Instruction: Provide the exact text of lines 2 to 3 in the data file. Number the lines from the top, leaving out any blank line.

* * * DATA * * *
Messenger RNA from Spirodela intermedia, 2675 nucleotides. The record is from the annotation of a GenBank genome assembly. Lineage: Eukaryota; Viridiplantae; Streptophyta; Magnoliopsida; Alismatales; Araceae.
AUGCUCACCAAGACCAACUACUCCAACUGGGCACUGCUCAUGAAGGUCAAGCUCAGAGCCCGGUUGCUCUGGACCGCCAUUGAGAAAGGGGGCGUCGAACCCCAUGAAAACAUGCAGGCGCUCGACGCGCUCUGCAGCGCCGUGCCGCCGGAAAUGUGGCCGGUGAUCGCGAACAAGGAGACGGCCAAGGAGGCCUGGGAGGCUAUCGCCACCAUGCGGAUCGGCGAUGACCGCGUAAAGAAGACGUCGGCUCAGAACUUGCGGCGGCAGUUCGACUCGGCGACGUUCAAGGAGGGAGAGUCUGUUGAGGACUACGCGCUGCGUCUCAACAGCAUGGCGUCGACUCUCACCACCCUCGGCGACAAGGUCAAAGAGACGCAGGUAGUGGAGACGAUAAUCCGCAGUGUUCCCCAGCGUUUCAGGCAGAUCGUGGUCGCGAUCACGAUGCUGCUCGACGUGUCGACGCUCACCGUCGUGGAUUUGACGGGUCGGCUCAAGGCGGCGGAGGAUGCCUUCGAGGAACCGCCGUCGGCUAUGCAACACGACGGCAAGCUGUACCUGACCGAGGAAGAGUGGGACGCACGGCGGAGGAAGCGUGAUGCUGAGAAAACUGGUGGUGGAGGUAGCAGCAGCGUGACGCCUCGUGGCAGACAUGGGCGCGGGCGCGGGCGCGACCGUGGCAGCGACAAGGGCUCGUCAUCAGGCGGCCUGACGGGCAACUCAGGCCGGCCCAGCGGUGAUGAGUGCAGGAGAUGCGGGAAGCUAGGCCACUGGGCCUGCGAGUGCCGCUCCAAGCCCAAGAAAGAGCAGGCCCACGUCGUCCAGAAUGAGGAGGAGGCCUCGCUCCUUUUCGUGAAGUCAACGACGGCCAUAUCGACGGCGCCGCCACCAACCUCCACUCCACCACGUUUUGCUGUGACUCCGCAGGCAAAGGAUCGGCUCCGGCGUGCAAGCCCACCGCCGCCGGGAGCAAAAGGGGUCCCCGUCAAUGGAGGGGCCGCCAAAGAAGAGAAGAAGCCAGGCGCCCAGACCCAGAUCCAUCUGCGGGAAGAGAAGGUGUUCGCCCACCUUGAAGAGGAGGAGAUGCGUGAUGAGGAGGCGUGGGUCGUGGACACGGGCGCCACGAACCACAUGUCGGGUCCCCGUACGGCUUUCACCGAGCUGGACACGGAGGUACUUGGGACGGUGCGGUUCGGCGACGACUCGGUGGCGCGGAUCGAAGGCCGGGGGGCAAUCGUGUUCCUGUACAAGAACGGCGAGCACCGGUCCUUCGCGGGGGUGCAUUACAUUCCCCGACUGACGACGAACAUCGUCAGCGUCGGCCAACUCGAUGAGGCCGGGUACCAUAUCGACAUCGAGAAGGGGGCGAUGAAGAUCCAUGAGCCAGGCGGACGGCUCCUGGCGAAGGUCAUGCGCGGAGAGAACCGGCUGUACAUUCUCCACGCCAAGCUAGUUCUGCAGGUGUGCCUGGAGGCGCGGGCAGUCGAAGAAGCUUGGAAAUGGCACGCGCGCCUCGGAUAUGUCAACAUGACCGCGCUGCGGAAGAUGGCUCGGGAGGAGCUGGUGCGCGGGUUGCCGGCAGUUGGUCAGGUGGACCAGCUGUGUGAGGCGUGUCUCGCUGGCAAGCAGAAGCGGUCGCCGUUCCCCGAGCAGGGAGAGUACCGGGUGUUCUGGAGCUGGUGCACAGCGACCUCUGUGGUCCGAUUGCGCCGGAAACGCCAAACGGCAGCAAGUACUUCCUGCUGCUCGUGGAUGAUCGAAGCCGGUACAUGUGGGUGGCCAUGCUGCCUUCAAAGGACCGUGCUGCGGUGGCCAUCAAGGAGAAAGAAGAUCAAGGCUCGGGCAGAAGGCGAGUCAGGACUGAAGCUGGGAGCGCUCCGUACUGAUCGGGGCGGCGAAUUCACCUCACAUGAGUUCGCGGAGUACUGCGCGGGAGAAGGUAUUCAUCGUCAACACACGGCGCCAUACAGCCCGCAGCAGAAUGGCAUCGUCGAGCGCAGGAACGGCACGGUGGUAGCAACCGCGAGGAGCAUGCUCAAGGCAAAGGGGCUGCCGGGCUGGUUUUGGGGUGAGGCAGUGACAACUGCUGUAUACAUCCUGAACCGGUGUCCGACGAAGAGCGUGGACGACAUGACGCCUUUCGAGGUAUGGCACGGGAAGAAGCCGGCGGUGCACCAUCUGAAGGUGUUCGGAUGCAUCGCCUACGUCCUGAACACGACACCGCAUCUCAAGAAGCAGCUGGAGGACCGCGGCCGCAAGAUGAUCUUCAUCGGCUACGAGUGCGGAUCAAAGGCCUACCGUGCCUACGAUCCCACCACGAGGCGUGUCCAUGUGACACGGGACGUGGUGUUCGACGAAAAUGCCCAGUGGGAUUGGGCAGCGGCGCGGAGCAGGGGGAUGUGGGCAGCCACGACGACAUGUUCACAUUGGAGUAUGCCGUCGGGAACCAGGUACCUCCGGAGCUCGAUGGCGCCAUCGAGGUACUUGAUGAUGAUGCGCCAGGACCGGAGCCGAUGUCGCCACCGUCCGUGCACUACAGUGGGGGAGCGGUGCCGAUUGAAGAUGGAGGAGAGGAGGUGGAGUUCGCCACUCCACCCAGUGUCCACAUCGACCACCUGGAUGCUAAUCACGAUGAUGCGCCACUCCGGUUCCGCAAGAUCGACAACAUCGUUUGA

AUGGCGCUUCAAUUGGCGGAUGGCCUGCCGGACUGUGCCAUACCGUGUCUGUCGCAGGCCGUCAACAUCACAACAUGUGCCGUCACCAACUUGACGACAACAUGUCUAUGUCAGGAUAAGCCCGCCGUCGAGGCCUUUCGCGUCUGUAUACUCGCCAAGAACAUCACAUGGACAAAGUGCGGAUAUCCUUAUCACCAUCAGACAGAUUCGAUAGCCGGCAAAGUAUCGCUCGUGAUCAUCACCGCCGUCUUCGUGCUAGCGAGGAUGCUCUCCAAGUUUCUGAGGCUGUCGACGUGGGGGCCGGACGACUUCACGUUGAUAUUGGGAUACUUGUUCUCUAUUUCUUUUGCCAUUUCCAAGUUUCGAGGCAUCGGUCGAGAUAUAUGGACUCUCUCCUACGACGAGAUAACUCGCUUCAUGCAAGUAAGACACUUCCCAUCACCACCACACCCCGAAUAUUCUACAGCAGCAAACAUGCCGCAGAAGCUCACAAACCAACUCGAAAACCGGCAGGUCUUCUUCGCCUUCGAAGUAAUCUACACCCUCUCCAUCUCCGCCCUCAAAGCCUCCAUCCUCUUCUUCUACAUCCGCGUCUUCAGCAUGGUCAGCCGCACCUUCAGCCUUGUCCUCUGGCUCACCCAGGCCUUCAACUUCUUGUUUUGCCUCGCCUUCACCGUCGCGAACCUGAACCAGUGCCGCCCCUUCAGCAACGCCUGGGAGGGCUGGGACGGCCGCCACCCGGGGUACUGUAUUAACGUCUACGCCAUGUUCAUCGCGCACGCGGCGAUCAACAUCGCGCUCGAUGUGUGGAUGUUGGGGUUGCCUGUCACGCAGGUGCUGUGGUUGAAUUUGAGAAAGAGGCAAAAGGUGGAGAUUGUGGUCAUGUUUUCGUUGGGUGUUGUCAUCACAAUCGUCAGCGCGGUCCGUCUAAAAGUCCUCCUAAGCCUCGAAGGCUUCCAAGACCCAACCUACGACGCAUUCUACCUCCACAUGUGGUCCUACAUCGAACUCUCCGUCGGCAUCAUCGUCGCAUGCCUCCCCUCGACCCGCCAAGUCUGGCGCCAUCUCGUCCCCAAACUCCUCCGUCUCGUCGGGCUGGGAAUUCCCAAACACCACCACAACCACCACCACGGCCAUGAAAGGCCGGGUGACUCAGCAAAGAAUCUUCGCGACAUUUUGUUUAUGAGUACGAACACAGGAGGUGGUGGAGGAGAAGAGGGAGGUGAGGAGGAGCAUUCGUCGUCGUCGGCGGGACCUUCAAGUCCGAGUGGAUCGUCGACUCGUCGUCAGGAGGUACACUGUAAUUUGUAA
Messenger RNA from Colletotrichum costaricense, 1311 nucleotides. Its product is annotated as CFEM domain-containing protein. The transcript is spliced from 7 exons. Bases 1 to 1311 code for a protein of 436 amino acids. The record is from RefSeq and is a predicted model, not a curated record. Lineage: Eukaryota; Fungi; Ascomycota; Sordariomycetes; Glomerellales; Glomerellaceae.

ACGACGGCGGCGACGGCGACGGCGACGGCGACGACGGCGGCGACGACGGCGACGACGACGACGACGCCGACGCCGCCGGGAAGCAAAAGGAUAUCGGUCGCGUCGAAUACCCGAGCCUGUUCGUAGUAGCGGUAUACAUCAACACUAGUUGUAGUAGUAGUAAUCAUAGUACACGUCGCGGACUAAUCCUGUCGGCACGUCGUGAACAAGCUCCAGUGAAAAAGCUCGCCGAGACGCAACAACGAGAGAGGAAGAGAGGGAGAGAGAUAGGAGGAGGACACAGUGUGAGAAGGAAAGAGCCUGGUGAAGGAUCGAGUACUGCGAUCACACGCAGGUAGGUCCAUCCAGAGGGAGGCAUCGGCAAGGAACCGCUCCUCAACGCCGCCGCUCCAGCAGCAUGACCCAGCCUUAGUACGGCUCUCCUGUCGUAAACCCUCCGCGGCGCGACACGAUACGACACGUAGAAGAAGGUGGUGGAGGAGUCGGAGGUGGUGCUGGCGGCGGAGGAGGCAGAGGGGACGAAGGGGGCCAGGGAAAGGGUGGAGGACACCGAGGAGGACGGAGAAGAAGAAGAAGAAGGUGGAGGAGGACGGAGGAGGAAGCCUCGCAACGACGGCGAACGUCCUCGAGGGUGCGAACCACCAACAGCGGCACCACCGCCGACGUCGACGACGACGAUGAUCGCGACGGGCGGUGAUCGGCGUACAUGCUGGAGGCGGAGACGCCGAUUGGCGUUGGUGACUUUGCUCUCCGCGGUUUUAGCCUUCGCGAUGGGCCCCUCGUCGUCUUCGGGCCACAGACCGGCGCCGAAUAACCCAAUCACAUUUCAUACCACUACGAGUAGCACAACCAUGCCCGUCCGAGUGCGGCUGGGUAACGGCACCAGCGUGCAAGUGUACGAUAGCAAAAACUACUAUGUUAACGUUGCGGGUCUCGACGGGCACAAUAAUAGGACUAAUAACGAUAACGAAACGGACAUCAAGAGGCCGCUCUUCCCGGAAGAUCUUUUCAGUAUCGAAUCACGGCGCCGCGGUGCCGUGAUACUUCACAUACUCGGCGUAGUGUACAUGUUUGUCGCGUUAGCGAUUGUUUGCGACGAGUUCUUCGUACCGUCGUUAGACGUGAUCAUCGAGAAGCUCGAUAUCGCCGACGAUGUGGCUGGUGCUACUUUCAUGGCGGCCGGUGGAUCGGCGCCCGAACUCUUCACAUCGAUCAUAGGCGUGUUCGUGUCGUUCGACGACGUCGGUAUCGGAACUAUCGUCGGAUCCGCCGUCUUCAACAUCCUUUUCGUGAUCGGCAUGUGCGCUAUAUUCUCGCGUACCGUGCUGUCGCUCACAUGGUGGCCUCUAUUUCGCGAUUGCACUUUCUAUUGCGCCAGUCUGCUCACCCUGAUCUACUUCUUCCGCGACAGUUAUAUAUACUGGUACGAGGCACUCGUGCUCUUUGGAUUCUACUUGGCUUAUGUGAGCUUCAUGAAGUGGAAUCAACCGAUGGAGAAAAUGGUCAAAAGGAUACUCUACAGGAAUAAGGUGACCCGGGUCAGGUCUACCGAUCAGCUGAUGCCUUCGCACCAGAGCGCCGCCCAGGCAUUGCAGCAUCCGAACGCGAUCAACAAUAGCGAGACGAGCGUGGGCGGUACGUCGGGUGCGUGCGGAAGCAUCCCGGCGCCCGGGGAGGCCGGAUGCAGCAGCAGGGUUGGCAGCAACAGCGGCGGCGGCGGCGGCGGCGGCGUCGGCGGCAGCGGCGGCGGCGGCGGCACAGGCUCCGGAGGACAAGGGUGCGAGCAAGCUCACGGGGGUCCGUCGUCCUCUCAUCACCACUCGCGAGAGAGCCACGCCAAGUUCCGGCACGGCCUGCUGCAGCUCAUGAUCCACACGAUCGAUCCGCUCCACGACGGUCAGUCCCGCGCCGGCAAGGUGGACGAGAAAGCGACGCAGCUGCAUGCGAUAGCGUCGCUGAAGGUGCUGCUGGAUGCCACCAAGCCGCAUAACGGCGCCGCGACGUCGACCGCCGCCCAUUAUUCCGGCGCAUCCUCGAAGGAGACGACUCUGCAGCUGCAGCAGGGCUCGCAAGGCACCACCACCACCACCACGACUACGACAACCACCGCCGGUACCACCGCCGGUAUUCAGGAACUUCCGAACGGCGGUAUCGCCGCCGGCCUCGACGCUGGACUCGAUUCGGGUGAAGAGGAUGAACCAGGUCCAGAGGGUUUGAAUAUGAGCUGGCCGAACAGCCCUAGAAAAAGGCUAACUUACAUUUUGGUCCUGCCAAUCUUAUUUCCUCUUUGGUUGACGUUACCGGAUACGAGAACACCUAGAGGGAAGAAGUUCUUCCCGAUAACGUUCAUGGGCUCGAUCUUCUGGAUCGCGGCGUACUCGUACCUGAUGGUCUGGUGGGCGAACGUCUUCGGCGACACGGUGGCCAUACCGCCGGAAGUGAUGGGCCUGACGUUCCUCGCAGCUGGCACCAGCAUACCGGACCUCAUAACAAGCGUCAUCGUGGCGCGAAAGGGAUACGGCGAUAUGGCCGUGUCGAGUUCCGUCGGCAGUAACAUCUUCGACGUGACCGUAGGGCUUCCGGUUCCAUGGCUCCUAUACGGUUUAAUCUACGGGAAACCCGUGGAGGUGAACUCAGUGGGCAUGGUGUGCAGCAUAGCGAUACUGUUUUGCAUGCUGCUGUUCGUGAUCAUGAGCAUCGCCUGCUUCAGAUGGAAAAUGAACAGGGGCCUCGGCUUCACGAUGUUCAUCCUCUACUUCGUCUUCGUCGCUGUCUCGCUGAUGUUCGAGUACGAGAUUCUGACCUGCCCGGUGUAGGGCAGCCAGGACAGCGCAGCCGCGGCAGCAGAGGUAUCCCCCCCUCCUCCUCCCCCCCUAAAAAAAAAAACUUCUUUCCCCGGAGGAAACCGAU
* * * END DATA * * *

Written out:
AUGCUCACCAAGACCAACUACUCCAACUGGGCACUGCUCAUGAAGGUCAAGCUCAGAGCCCGGUUGCUCUGGACCGCCAUUGAGAAAGGGGGCGUCGAACCCCAUGAAAACAUGCAGGCGCUCGACGCGCUCUGCAGCGCCGUGCCGCCGGAAAUGUGGCCGGUGAUCGCGAACAAGGAGACGGCCAAGGAGGCCUGGGAGGCUAUCGCCACCAUGCGGAUCGGCGAUGACCGCGUAAAGAAGACGUCGGCUCAGAACUUGCGGCGGCAGUUCGACUCGGCGACGUUCAAGGAGGGAGAGUCUGUUGAGGACUACGCGCUGCGUCUCAACAGCAUGGCGUCGACUCUCACCACCCUCGGCGACAAGGUCAAAGAGACGCAGGUAGUGGAGACGAUAAUCCGCAGUGUUCCCCAGCGUUUCAGGCAGAUCGUGGUCGCGAUCACGAUGCUGCUCGACGUGUCGACGCUCACCGUCGUGGAUUUGACGGGUCGGCUCAAGGCGGCGGAGGAUGCCUUCGAGGAACCGCCGUCGGCUAUGCAACACGACGGCAAGCUGUACCUGACCGAGGAAGAGUGGGACGCACGGCGGAGGAAGCGUGAUGCUGAGAAAACUGGUGGUGGAGGUAGCAGCAGCGUGACGCCUCGUGGCAGACAUGGGCGCGGGCGCGGGCGCGACCGUGGCAGCGACAAGGGCUCGUCAUCAGGCGGCCUGACGGGCAACUCAGGCCGGCCCAGCGGUGAUGAGUGCAGGAGAUGCGGGAAGCUAGGCCACUGGGCCUGCGAGUGCCGCUCCAAGCCCAAGAAAGAGCAGGCCCACGUCGUCCAGAAUGAGGAGGAGGCCUCGCUCCUUUUCGUGAAGUCAACGACGGCCAUAUCGACGGCGCCGCCACCAACCUCCACUCCACCACGUUUUGCUGUGACUCCGCAGGCAAAGGAUCGGCUCCGGCGUGCAAGCCCACCGCCGCCGGGAGCAAAAGGGGUCCCCGUCAAUGGAGGGGCCGCCAAAGAAGAGAAGAAGCCAGGCGCCCAGACCCAGAUCCAUCUGCGGGAAGAGAAGGUGUUCGCCCACCUUGAAGAGGAGGAGAUGCGUGAUGAGGAGGCGUGGGUCGUGGACACGGGCGCCACGAACCACAUGUCGGGUCCCCGUACGGCUUUCACCGAGCUGGACACGGAGGUACUUGGGACGGUGCGGUUCGGCGACGACUCGGUGGCGCGGAUCGAAGGCCGGGGGGCAAUCGUGUUCCUGUACAAGAACGGCGAGCACCGGUCCUUCGCGGGGGUGCAUUACAUUCCCCGACUGACGACGAACAUCGUCAGCGUCGGCCAACUCGAUGAGGCCGGGUACCAUAUCGACAUCGAGAAGGGGGCGAUGAAGAUCCAUGAGCCAGGCGGACGGCUCCUGGCGAAGGUCAUGCGCGGAGAGAACCGGCUGUACAUUCUCCACGCCAAGCUAGUUCUGCAGGUGUGCCUGGAGGCGCGGGCAGUCGAAGAAGCUUGGAAAUGGCACGCGCGCCUCGGAUAUGUCAACAUGACCGCGCUGCGGAAGAUGGCUCGGGAGGAGCUGGUGCGCGGGUUGCCGGCAGUUGGUCAGGUGGACCAGCUGUGUGAGGCGUGUCUCGCUGGCAAGCAGAAGCGGUCGCCGUUCCCCGAGCAGGGAGAGUACCGGGUGUUCUGGAGCUGGUGCACAGCGACCUCUGUGGUCCGAUUGCGCCGGAAACGCCAAACGGCAGCAAGUACUUCCUGCUGCUCGUGGAUGAUCGAAGCCGGUACAUGUGGGUGGCCAUGCUGCCUUCAAAGGACCGUGCUGCGGUGGCCAUCAAGGAGAAAGAAGAUCAAGGCUCGGGCAGAAGGCGAGUCAGGACUGAAGCUGGGAGCGCUCCGUACUGAUCGGGGCGGCGAAUUCACCUCACAUGAGUUCGCGGAGUACUGCGCGGGAGAAGGUAUUCAUCGUCAACACACGGCGCCAUACAGCCCGCAGCAGAAUGGCAUCGUCGAGCGCAGGAACGGCACGGUGGUAGCAACCGCGAGGAGCAUGCUCAAGGCAAAGGGGCUGCCGGGCUGGUUUUGGGGUGAGGCAGUGACAACUGCUGUAUACAUCCUGAACCGGUGUCCGACGAAGAGCGUGGACGACAUGACGCCUUUCGAGGUAUGGCACGGGAAGAAGCCGGCGGUGCACCAUCUGAAGGUGUUCGGAUGCAUCGCCUACGUCCUGAACACGACACCGCAUCUCAAGAAGCAGCUGGAGGACCGCGGCCGCAAGAUGAUCUUCAUCGGCUACGAGUGCGGAUCAAAGGCCUACCGUGCCUACGAUCCCACCACGAGGCGUGUCCAUGUGACACGGGACGUGGUGUUCGACGAAAAUGCCCAGUGGGAUUGGGCAGCGGCGCGGAGCAGGGGGAUGUGGGCAGCCACGACGACAUGUUCACAUUGGAGUAUGCCGUCGGGAACCAGGUACCUCCGGAGCUCGAUGGCGCCAUCGAGGUACUUGAUGAUGAUGCGCCAGGACCGGAGCCGAUGUCGCCACCGUCCGUGCACUACAGUGGGGGAGCGGUGCCGAUUGAAGAUGGAGGAGAGGAGGUGGAGUUCGCCACUCCACCCAGUGUCCACAUCGACCACCUGGAUGCUAAUCACGAUGAUGCGCCACUCCGGUUCCGCAAGAUCGACAACAUCGUUUGA

AUGGCGCUUCAAUUGGCGGAUGGCCUGCCGGACUGUGCCAUACCGUGUCUGUCGCAGGCCGUCAACAUCACAACAUGUGCCGUCACCAACUUGACGACAACAUGUCUAUGUCAGGAUAAGCCCGCCGUCGAGGCCUUUCGCGUCUGUAUACUCGCCAAGAACAUCACAUGGACAAAGUGCGGAUAUCCUUAUCACCAUCAGACAGAUUCGAUAGCCGGCAAAGUAUCGCUCGUGAUCAUCACCGCCGUCUUCGUGCUAGCGAGGAUGCUCUCCAAGUUUCUGAGGCUGUCGACGUGGGGGCCGGACGACUUCACGUUGAUAUUGGGAUACUUGUUCUCUAUUUCUUUUGCCAUUUCCAAGUUUCGAGGCAUCGGUCGAGAUAUAUGGACUCUCUCCUACGACGAGAUAACUCGCUUCAUGCAAGUAAGACACUUCCCAUCACCACCACACCCCGAAUAUUCUACAGCAGCAAACAUGCCGCAGAAGCUCACAAACCAACUCGAAAACCGGCAGGUCUUCUUCGCCUUCGAAGUAAUCUACACCCUCUCCAUCUCCGCCCUCAAAGCCUCCAUCCUCUUCUUCUACAUCCGCGUCUUCAGCAUGGUCAGCCGCACCUUCAGCCUUGUCCUCUGGCUCACCCAGGCCUUCAACUUCUUGUUUUGCCUCGCCUUCACCGUCGCGAACCUGAACCAGUGCCGCCCCUUCAGCAACGCCUGGGAGGGCUGGGACGGCCGCCACCCGGGGUACUGUAUUAACGUCUACGCCAUGUUCAUCGCGCACGCGGCGAUCAACAUCGCGCUCGAUGUGUGGAUGUUGGGGUUGCCUGUCACGCAGGUGCUGUGGUUGAAUUUGAGAAAGAGGCAAAAGGUGGAGAUUGUGGUCAUGUUUUCGUUGGGUGUUGUCAUCACAAUCGUCAGCGCGGUCCGUCUAAAAGUCCUCCUAAGCCUCGAAGGCUUCCAAGACCCAACCUACGACGCAUUCUACCUCCACAUGUGGUCCUACAUCGAACUCUCCGUCGGCAUCAUCGUCGCAUGCCUCCCCUCGACCCGCCAAGUCUGGCGCCAUCUCGUCCCCAAACUCCUCCGUCUCGUCGGGCUGGGAAUUCCCAAACACCACCACAACCACCACCACGGCCAUGAAAGGCCGGGUGACUCAGCAAAGAAUCUUCGCGACAUUUUGUUUAUGAGUACGAACACAGGAGGUGGUGGAGGAGAAGAGGGAGGUGAGGAGGAGCAUUCGUCGUCGUCGGCGGGACCUUCAAGUCCGAGUGGAUCGUCGACUCGUCGUCAGGAGGUACACUGUAAUUUGUAA